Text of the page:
casuistical


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ca·su·is·tic

 (kăzh′o͞o-ĭs′tĭk) also ca·su·is·ti·cal (-tĭ-kəl)
adj.
Of or relating to casuists or casuistry.

ca′su·is′ti·cal·ly adv.
ThesaurusAntonymsRelated WordsSynonymsLegend:
Adj.1.casuistical - of or relating to or practicing casuistry; "overly subtle casuistic reasoning"
2.casuistical - of or relating to the use of ethical principles to resolve moral problems
References in periodicals archive ?
This could almost serve as a textbook definition for an early modern casuistical notion called the doctrine of equivocation.
Starr's Defoe and Casuistry (1971) argues that the importance of the casuistical tradition in reading Defoe has to do with the way its partitioning of moral experience into discrete "cases" bears significantly upon the author's construction of novelistic perspective: "The continuity of each character's struggle breaks down into a sequence of local crises, each somewhat isolated from those that precede and follow it, and I think we can regard such plotting (or nonplotting) as the expression of a casuistical conception of life without implying that it is peculiar to casuistry, or that it is Defoe's only mode of analyzing experience" (x).
According to Chiragh 'Ali, the political and social reforms that he explained in the first and second parts of the book were neither casuistical deductions, nor fortuitous interpretations, nor analogical constructions of the Qur'an.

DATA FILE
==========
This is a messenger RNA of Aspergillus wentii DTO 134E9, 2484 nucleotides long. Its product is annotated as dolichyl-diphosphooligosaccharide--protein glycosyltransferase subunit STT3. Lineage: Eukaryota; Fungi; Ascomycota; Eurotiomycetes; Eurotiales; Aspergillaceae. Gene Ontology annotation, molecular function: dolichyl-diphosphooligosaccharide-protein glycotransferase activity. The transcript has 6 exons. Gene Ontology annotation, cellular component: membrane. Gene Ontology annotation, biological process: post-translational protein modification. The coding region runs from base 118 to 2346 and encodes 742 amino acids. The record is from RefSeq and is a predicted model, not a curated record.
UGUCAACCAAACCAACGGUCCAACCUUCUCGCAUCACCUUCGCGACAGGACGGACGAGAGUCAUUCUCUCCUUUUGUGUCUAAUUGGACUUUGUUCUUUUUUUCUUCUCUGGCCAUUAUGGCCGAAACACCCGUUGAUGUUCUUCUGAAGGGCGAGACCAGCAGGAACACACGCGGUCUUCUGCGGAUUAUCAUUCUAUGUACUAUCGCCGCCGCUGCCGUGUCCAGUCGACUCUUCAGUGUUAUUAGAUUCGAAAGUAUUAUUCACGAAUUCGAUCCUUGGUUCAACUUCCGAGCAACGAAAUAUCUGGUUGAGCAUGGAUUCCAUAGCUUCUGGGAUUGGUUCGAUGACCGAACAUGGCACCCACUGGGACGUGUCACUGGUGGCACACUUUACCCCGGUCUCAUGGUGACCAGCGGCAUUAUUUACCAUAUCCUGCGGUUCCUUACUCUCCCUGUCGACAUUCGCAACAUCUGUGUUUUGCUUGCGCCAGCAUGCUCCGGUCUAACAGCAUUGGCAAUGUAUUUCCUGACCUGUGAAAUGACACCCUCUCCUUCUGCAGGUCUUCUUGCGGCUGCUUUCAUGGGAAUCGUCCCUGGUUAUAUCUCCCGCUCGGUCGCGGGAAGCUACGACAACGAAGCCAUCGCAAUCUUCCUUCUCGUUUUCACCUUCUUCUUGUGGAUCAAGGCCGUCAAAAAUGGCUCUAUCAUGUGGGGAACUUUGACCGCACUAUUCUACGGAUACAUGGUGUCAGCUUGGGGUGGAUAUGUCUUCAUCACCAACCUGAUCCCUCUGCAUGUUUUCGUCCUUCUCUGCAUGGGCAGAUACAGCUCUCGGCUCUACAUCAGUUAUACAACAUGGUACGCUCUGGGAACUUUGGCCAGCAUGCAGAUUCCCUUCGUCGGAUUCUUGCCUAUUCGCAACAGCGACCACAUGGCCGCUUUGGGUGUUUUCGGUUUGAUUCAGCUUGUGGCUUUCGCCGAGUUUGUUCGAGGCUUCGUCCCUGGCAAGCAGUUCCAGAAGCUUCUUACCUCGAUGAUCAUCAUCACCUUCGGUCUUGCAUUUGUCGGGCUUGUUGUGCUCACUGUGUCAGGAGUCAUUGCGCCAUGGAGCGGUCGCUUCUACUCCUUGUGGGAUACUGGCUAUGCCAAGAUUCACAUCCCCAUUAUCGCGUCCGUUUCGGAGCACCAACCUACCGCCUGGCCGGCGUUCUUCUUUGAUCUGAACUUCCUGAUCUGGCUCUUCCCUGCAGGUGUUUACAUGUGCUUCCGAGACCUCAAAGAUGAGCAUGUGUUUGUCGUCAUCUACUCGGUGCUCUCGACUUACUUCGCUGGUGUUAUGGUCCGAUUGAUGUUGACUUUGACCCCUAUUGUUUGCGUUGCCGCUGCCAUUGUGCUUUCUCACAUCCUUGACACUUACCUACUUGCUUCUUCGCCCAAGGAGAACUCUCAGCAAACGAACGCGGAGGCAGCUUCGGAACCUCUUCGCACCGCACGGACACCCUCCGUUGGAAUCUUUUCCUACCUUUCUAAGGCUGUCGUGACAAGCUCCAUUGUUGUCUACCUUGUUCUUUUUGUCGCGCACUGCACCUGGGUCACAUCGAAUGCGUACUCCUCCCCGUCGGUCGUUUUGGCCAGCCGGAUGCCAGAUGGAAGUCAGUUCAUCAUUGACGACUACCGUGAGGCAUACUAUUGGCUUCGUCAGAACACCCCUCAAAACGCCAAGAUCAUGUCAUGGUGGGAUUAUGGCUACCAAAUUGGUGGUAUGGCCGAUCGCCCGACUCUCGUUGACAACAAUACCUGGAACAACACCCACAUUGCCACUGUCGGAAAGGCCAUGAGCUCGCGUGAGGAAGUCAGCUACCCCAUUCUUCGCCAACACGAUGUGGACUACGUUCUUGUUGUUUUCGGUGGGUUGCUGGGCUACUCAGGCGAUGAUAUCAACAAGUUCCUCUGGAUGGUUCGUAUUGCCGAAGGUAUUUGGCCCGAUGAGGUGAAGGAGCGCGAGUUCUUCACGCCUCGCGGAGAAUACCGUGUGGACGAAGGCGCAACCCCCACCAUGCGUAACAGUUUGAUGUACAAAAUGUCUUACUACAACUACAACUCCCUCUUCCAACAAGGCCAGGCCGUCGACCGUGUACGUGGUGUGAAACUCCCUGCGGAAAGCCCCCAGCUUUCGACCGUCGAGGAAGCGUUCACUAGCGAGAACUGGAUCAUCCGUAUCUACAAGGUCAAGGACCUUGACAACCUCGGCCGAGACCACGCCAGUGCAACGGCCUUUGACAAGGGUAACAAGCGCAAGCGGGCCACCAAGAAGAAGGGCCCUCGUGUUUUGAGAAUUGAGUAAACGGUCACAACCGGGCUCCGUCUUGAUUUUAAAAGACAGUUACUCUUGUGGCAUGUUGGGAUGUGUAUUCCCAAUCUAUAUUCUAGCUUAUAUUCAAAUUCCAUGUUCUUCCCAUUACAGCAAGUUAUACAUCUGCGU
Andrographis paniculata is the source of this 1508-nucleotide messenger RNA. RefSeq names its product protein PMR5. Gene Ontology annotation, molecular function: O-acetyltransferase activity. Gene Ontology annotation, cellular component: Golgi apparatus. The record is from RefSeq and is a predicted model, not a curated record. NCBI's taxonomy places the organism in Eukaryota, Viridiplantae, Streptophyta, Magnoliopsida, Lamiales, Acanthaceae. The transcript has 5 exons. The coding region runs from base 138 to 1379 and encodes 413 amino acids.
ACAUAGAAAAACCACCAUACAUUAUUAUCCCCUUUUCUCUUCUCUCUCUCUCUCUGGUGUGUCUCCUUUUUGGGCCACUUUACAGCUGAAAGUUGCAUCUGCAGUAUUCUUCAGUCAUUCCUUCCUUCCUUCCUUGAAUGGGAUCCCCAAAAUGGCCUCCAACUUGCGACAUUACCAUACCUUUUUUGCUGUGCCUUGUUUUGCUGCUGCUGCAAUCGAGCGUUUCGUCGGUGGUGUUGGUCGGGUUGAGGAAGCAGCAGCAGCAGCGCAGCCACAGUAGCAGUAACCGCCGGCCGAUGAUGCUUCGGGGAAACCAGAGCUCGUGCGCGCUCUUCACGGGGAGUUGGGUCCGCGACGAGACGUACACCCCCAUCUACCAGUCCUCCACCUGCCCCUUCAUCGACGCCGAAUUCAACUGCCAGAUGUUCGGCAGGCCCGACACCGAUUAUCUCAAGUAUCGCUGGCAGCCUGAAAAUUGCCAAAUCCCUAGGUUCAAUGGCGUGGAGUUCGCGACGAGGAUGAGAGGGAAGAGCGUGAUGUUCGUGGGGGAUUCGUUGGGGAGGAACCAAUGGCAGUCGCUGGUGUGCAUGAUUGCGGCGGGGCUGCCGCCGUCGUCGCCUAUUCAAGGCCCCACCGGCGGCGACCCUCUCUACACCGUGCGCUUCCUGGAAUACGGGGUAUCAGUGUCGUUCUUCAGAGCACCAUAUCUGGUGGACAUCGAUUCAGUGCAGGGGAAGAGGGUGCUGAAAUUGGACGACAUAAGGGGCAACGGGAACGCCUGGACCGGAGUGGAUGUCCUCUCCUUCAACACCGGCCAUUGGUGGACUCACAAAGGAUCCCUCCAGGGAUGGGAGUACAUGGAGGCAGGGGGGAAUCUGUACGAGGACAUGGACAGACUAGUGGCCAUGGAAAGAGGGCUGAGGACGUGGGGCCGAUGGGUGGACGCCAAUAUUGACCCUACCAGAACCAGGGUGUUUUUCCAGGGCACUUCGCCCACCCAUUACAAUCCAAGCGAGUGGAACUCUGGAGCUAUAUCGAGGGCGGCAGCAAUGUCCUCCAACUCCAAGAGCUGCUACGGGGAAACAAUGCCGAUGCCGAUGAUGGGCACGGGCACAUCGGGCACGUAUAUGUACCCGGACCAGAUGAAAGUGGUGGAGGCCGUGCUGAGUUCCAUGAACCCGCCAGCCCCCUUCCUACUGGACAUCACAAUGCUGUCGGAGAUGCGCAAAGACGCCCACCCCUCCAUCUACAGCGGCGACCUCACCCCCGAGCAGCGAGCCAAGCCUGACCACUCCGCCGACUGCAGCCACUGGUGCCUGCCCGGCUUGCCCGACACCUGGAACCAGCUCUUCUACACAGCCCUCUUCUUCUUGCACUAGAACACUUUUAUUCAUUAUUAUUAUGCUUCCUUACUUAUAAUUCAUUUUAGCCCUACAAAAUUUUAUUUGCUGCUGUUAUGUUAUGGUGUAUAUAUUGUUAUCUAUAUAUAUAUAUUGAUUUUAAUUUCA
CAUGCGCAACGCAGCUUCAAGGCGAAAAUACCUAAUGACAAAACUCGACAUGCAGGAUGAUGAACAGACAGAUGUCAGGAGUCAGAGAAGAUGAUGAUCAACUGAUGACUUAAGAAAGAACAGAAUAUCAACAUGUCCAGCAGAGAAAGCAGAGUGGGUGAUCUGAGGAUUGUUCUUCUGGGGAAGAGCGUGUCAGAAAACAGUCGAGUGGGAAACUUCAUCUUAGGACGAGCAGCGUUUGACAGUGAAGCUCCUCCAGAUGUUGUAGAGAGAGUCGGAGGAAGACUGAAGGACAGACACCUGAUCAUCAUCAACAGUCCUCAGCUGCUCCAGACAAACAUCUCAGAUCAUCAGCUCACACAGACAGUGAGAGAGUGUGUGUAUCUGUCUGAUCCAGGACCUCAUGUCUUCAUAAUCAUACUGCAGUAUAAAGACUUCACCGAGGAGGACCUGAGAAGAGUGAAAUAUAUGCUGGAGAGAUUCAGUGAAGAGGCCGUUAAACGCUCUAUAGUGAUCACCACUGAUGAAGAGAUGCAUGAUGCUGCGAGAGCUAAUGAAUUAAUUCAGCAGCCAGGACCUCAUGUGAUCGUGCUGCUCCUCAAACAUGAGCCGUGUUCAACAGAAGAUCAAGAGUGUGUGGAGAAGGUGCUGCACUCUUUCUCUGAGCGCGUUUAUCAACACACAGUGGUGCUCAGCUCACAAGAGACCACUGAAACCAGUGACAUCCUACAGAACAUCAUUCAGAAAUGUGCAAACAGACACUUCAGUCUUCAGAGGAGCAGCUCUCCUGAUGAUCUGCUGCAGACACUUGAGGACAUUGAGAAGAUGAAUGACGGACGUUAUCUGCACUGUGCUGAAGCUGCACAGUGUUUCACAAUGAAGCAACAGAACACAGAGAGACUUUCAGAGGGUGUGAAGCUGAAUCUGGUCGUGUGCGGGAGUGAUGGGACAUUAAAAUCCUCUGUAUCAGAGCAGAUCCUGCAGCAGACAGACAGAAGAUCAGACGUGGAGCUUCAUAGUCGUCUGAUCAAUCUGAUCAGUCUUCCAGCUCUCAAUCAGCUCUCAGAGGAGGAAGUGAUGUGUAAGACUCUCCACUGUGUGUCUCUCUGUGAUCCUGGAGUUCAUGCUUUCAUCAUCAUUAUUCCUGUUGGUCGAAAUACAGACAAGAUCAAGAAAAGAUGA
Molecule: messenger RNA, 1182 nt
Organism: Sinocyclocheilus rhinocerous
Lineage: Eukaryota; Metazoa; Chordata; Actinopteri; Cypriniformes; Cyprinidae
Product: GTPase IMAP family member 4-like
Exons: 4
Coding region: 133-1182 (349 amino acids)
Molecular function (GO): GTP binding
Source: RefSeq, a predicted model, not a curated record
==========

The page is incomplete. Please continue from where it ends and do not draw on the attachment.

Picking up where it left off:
Given Tolstois casuistical bent, the details of every situation probably determine the right course.
14) Rather than reforming a casuistical legalism operating
This is the environment that gave rise to the casuistical exercises most probably compiled by Fr Thomas Southwell, an English Jesuit priest, and now edited and translated by Peter Holmes.
In essence, Defensio fidei was a casuistical defense of revolution and civil disobedience; it authorized the use of violent force, under certain circumstances, to resist and even overthrow a king.
Eloise is seduced by the casuistical Nempere, rescued by another libertine, and finally ends up marrying Fitzeustace, a Peacockian parody of the typical Shelleyan Poet.
Alternatively, he identifies the transformation that conscience has undergone from the Tudor era when casuistical moral reasoning allowed a differentiated and atomistic conscience, to a formalist time, in which an objective conscience of either judge, court or law was engaged to curb moral relativism.
This is due in large part, Ettenhuber contends, to the casuistical nature of Biathanatos.
Unlike Graham Greene in adulterous mode, he proffered no moonbeams from the larger casuistical lunacy.
Indeed, it may be suggested that the growth of casuistical divinity in the early seventeenth century arose not only in response to parishioners' anxiety, but at least in part because of new anti-Calvinist arguments that certain assurance could not be secured.